Working with Strings and the Composite Pattern in PHP 5

Are you a PHP developer who wants to improve your skills in pattern-based programming in PHP? If the answer to this question is an emphatic yes, then you should begin reading this article now! Welcome to the final part of the series “Implementing the composite pattern with PHP 5.” Comprised of two instructive tutorials, this series walks you through the basic concepts of this important design pattern, and shows you how to apply it with some educational examples.

Introduction

Before I move forward and tell you about the topics that I plan to cover in this final installment of the series, first I’d like to revisit briefly the concepts deployed in the preceding article. This will give you a better idea of how both tutorials are linked to each other.

As you’ll certainly remember, in the first part of the series I introduced the foundations of the composite pattern, and also explained in detail how it could be applied. To quickly review its theoretical definition, in the composite pattern, one object or a set of objects will behave similarly across an application, regardless of the context where they will be used.

Of course, bearing in mind that the previous definition is in fact quite confusing, I demonstrated the application of the pattern in question by setting up a testing example. The example showed how two different file reading classes were able to generate nearly identical outputs, regardless of whether they used one or multiple file handling objects.   

However, I believe that the example that I mentioned previously isn’t good enough to give a reader a decent background on how this pattern works. Thus, since this series is aimed at mastering the basic concepts of the composite pattern, in this final article I’m going to demonstrate how to use it to handle strings of data.

By the end of this article, you should have a more solid foundation on how to apply the pattern in question as part of your own PHP applications.

With the preliminaries out of the way, let’s continue learning more about the composite pattern. Let’s get going!

{mospagebreak title=Handling strings of data}

In consonance with the objective of this tutorial, I’m going to build an abstract class. The class will define a generic model for creating some simple string processor objects.

Later on, based on the structure provided by this base class, I’m going to derive from it a pair of subclasses. Despite their different implementations, these subclasses will expose the same behavior when used within the context of a given PHP application.

As you may have noticed, this is exactly the intrinsic definition of the composite pattern. Having said that, please pay attention to the definition of the abstract class, shown below:    

// define abstract ‘StringProcessor’ class
abstract class StringProcessor{
   // get information about selected string
   abstract public function getSelectedStringInfo(
$singleStringProcessor);
   // get number of string processors
   abstract public function getNumberOfStringProcessors();
   // add new string processor
   abstract public function addStringProcessor(
$singleStringProcessor);
}

As you can see, the above “StringProcessor” class presents a few generic methods that obviously will come in handy for performing some useful tasks. These tasks include getting information about a specific string of data, and counting and adding new string processor objects, which are inputted straight into the class via some of these methods.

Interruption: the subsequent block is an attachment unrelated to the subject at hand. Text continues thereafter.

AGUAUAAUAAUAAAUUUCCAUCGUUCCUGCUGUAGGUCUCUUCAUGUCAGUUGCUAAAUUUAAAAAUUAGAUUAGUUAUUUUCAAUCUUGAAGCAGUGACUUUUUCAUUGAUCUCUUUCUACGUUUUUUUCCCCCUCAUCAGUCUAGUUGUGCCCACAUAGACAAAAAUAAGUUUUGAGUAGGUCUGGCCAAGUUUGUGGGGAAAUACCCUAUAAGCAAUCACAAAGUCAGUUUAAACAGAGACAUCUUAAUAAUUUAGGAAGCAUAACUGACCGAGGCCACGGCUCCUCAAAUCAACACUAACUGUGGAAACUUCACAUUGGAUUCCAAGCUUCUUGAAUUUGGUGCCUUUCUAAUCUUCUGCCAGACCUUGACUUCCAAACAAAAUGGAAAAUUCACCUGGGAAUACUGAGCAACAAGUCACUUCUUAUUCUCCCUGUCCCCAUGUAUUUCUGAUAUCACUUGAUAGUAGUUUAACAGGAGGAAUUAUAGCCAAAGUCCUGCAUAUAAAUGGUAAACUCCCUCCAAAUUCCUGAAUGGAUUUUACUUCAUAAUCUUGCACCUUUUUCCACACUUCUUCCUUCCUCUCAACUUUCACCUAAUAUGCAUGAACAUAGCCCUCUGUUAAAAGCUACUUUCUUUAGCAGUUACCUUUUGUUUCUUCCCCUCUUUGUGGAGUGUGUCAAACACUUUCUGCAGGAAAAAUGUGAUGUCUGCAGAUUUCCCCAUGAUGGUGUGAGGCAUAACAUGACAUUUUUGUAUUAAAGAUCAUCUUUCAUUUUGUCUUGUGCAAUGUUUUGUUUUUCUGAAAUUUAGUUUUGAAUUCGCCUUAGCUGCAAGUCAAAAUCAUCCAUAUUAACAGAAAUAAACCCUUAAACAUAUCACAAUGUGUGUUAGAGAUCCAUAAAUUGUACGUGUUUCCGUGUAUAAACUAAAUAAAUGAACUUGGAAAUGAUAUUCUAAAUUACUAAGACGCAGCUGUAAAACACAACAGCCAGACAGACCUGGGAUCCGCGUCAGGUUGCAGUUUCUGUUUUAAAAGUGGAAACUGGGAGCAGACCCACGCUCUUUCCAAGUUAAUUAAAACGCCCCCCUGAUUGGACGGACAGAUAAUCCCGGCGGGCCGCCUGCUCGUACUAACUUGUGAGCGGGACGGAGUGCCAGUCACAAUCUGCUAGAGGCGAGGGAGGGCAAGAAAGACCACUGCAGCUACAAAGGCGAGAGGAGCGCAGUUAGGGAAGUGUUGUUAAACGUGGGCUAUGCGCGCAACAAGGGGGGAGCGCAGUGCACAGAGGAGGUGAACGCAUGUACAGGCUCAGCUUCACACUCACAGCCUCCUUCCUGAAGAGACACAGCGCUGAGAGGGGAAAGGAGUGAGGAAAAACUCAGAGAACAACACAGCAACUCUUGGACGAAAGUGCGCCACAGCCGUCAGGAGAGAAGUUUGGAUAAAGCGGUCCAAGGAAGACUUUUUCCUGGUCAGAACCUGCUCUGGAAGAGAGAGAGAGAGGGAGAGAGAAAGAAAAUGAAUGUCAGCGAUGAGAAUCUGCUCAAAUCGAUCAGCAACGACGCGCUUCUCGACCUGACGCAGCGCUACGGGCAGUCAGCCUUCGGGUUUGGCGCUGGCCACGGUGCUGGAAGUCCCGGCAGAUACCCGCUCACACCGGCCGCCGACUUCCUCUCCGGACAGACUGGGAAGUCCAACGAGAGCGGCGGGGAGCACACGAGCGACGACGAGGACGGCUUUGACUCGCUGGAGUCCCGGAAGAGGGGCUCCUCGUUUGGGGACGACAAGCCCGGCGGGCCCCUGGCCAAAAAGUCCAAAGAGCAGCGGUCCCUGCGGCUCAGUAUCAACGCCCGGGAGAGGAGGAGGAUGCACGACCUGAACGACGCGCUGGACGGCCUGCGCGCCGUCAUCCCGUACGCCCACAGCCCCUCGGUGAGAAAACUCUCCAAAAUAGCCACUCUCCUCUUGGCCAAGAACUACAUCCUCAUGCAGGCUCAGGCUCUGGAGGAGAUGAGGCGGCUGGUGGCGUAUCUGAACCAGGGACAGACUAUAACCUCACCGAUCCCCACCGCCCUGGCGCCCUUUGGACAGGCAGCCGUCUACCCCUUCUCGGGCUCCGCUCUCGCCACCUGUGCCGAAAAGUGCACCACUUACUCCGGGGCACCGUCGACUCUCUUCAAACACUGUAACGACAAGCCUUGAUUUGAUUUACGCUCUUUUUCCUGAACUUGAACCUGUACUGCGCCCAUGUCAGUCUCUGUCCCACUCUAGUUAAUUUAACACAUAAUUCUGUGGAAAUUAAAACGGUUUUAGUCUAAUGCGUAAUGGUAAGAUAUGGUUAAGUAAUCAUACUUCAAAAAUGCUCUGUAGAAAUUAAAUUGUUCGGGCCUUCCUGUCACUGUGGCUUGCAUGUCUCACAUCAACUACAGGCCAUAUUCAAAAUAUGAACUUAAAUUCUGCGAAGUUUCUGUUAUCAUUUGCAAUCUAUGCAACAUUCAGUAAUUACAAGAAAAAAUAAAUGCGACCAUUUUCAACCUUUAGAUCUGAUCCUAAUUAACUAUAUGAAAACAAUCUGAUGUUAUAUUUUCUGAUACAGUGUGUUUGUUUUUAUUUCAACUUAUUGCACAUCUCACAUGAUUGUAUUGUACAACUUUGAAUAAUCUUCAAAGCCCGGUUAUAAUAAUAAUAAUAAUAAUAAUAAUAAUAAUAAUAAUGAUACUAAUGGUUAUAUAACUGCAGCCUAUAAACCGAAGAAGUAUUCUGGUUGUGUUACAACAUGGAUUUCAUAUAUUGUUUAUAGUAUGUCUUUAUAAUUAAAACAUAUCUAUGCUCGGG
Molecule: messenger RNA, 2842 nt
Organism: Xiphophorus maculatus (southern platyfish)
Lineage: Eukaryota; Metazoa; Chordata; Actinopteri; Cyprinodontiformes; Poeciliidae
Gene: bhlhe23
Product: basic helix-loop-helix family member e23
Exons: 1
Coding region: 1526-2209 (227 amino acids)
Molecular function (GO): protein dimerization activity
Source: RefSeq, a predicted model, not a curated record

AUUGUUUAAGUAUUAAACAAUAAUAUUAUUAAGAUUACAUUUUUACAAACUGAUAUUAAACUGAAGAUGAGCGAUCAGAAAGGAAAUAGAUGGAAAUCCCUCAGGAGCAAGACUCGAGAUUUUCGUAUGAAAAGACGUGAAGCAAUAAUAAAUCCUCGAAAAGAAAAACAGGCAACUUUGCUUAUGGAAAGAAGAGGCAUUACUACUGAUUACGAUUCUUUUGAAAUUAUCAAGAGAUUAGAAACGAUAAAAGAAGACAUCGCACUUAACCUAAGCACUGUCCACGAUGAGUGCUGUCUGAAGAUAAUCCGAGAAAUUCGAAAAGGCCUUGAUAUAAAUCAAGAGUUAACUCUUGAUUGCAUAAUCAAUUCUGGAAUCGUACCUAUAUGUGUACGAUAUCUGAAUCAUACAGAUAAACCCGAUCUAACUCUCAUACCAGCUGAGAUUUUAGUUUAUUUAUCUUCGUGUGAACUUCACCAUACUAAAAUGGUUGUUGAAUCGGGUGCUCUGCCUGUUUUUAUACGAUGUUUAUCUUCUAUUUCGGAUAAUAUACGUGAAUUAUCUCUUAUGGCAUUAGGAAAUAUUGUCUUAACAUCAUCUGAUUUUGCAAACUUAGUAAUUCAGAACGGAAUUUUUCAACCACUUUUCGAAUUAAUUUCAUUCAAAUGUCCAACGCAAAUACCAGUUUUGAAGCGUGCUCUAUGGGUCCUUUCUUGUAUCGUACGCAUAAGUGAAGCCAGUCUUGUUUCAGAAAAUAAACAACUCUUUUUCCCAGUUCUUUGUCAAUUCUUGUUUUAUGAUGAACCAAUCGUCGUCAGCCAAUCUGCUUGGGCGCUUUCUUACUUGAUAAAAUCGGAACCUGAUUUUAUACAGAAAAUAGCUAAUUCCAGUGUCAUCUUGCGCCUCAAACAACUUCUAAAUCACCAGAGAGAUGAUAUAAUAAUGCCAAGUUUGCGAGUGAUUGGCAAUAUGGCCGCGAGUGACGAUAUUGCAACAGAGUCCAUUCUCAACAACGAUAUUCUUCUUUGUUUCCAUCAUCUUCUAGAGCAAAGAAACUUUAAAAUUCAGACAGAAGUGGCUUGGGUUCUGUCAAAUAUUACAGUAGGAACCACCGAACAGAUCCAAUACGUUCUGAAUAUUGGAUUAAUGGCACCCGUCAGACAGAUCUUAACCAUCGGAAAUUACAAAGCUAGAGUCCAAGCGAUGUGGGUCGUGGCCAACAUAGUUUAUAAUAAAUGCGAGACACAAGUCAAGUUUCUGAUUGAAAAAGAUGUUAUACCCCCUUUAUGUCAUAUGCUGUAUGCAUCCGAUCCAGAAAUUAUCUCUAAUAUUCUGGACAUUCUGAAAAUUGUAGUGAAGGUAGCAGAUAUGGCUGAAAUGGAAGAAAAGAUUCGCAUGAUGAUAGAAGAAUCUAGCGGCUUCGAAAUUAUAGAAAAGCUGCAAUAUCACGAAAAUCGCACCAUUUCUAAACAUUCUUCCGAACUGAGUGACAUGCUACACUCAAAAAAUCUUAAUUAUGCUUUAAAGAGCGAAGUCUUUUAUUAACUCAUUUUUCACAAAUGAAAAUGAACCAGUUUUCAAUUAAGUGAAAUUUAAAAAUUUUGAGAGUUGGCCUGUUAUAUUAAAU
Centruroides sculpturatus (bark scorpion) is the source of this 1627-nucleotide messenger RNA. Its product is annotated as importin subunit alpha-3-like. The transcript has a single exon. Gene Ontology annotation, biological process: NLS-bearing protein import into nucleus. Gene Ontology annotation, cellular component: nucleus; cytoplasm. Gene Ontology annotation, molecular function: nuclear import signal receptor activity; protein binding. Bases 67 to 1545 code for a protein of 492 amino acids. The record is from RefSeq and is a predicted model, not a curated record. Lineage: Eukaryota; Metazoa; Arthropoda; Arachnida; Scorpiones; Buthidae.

However, don’t worry for the moment about how all these string processors will be defined, since I’ll be demonstrating how they look in the section to come.

All right, at this stage I simply created the abstract class that you saw before, but maybe you’re wondering…how does this fit into the schema imposed by the composite pattern?

Good question! Fortunately, the answer is quite simple. Since the composite pattern states clearly that one object or a group of objects will expose the same behavior across a given application, in the next few lines I’m going to create two subclasses from the base “StringProcessor.”

As you’ll see, these child classes will behave identically, in this way implementing the programmatic model dictated by the aforementioned pattern. Quite simple, isn’t it?

Okay, at this moment I’m pretty sure that you want to learn how these subclasses will be created, so click on the link that appears below and keep reading.

{mospagebreak title=Defining the SingleStringProcessor and MultipleStringProcessor classes}

To illustrate how the composite pattern can be applied using the abstract string processor class that you learned in the previous section, I’m simply going to derive two subclasses from this base class.

As you’ll see in a moment, these child classes, which are also string processor objects, will be capable of behaving nearly the same, even when they offer different implementations. Indeed, this sounds like I’m sticking to the model imposed by the composite pattern, right?

All right, now that you know how these two subclasses are going to work, please have a look at their respective signatures, which are listed below. Here they are:

// define concrete ‘SingleStringProcessor’ class
class SingleStringProcessor extends StringProcessor{
   private $inputString;
   public function __construct($inputString){
     if(!is_string($inputString)){
       throw new Exception(‘Invalid input string!’);
     }
     $this->inputString=$inputString;
   }
   public function getSelectedStringInfo($stringProcessor){
     if($stringProcessor==1){
       return ‘Value of input string is the following: ‘.$this-
>inputString.’ and its length is: ‘.strlen($this->inputString). ‘chars.';
     }
   }
   public function getNumberOfStringProcessors(){
     return 1;
   }
   public function addStringProcessor($singleStringProcessor){
     return false;
   }
}

// define concrete ‘MultipleStringProcessor’ class
class MultipleStringProcessor extends StringProcessor{
   private $stringProcessors;
   public function __construct(){
     $this->stringProcessors=array();
   }
   public function getSelectedStringInfo($singleStringProcessor){